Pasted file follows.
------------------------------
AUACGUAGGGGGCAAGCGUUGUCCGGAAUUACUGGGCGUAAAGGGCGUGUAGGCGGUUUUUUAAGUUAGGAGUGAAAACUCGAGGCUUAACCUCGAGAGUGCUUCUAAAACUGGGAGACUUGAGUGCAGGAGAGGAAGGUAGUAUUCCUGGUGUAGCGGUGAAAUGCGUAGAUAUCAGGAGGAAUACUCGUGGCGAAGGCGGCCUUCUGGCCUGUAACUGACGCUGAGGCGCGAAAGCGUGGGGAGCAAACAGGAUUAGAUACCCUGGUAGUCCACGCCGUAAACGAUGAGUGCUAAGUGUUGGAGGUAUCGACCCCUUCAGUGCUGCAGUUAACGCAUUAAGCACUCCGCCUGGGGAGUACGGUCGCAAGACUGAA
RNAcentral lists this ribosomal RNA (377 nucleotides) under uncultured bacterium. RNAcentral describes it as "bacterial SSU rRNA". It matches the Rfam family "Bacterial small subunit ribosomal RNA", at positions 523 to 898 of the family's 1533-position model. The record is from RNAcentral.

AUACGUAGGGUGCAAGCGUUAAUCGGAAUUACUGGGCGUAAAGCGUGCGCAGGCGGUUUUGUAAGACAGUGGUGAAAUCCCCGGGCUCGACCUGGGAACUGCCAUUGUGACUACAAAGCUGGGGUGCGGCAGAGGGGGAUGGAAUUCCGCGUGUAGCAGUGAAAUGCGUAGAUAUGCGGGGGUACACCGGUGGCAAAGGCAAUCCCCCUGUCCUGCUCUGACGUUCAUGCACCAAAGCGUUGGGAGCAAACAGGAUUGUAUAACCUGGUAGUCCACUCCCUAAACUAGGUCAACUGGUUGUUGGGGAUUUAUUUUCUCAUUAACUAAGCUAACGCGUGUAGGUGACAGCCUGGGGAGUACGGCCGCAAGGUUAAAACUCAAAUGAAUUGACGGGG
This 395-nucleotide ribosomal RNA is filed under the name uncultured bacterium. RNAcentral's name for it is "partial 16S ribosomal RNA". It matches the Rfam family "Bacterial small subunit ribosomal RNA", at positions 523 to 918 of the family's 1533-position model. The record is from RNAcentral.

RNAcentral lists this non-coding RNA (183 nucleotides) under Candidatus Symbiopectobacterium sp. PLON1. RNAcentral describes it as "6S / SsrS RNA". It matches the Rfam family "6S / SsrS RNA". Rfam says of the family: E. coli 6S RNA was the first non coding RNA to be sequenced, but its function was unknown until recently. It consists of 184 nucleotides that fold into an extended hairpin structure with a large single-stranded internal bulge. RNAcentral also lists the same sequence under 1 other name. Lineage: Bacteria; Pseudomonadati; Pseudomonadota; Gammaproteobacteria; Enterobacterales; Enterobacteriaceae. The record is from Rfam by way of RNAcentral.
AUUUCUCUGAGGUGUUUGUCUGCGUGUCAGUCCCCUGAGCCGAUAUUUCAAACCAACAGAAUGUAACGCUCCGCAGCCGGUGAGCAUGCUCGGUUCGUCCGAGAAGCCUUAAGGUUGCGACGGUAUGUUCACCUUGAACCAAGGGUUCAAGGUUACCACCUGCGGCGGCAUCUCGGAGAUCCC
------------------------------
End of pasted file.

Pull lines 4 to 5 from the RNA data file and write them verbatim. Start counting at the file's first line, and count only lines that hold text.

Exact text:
This 395-nucleotide ribosomal RNA is filed under the name uncultured bacterium. RNAcentral's name for it is "partial 16S ribosomal RNA". It matches the Rfam family "Bacterial small subunit ribosomal RNA", at positions 523 to 918 of the family's 1533-position model. The record is from RNAcentral.

RNAcentral lists this non-coding RNA (183 nucleotides) under Candidatus Symbiopectobacterium sp. PLON1. RNAcentral describes it as "6S / SsrS RNA". It matches the Rfam family "6S / SsrS RNA". Rfam says of the family: E. coli 6S RNA was the first non coding RNA to be sequenced, but its function was unknown until recently. It consists of 184 nucleotides that fold into an extended hairpin structure with a large single-stranded internal bulge. RNAcentral also lists the same sequence under 1 other name. Lineage: Bacteria; Pseudomonadati; Pseudomonadota; Gammaproteobacteria; Enterobacterales; Enterobacteriaceae. The record is from Rfam by way of RNAcentral.